Successful Careers Facing Outsourcing


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With outsourcing expected to switch to high gear in the coming years, many employees ask the question of how they can a) survive and b) succeed in this global competition with low-wage countries like India or China.

Often people most concerned about outsourcing and global workforce competition are well educated. They worked hard to get where they are today and were hoping to have some sort of job security due to the level of education and training they have received. But the rules have changed – fast. Also - working hard and putting in a lot of over-time to please management is not enough anymore. Yet, here you are stuck in a job facing to be outsourced sooner or later to some low-wage country. What else can you do to make yourself more competitive?

Let’s face it. If your employer wants to outsource certain pieces of work there is usually not much you can do in regards to your specific job. A call-center representative will not save her job by answering 20 more calls a day. Sooner or later the job will be moved somewhere where labor is cheaper and laws eventually are less favorable for employees.

Employees need to start looking at becoming more aggressive when it comes to career success. This also means to move up and forward more often. This can happen within in the same company (moving up) or outside of the company currently working at (moving forward). The work environment as we know it will change even faster over the next years. Trying to stay ahead is the goal and eventually moving on when the first signs of outsourcing are visible. College graduates will have to expect to learn 4-5 different professions at least before reaching retirement age. Stable industries of today, can be risky to work in tomorrow.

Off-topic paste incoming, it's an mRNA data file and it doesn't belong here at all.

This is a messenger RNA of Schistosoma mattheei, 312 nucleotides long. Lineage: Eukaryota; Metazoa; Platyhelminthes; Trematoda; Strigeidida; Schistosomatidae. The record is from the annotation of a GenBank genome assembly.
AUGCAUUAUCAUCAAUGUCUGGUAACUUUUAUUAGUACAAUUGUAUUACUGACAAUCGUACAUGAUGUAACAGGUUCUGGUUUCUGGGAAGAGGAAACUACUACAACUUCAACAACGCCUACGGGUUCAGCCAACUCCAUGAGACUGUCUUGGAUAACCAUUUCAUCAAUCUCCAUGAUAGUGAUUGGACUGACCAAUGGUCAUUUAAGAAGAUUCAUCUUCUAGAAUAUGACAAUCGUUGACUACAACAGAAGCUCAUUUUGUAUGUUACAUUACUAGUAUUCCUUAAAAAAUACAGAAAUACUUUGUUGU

The successful employee of the future will be more aggressive when it comes to compete with other co-workers and when it comes to play the right cards in the game of managing career development. Loyalty to a company is great. Loyal employees are very valuable assets for a company. But loyalty from the business to its employees only goes so far the cash flow is positive and profits are. The employers have changed the rules of loyalty when it comes to making an additional buck via outsourcing. “Sorry for interrupting your own American Dream, but we have to lay you off due to market conditions” (meaning: we can hire 5 people in India for the same money we pay you alone) – this will happen more often.

The successful employee of the future will have to reconsider how far his loyalty goes and when it is time to give the employer “the boot” (leaving for a better opportunity). Being employed with the same company for 30-40 years is a thing of the past. The new numbers for loyalty to an employer will rather be 5-10 years.

About the Author

Christoph Puetz is a successful entrepreneur and international book author. Christoph Puetz lives in Highlands Ranch . One of the successful websites he maintains can be found at Web Hosting Resource Kit .


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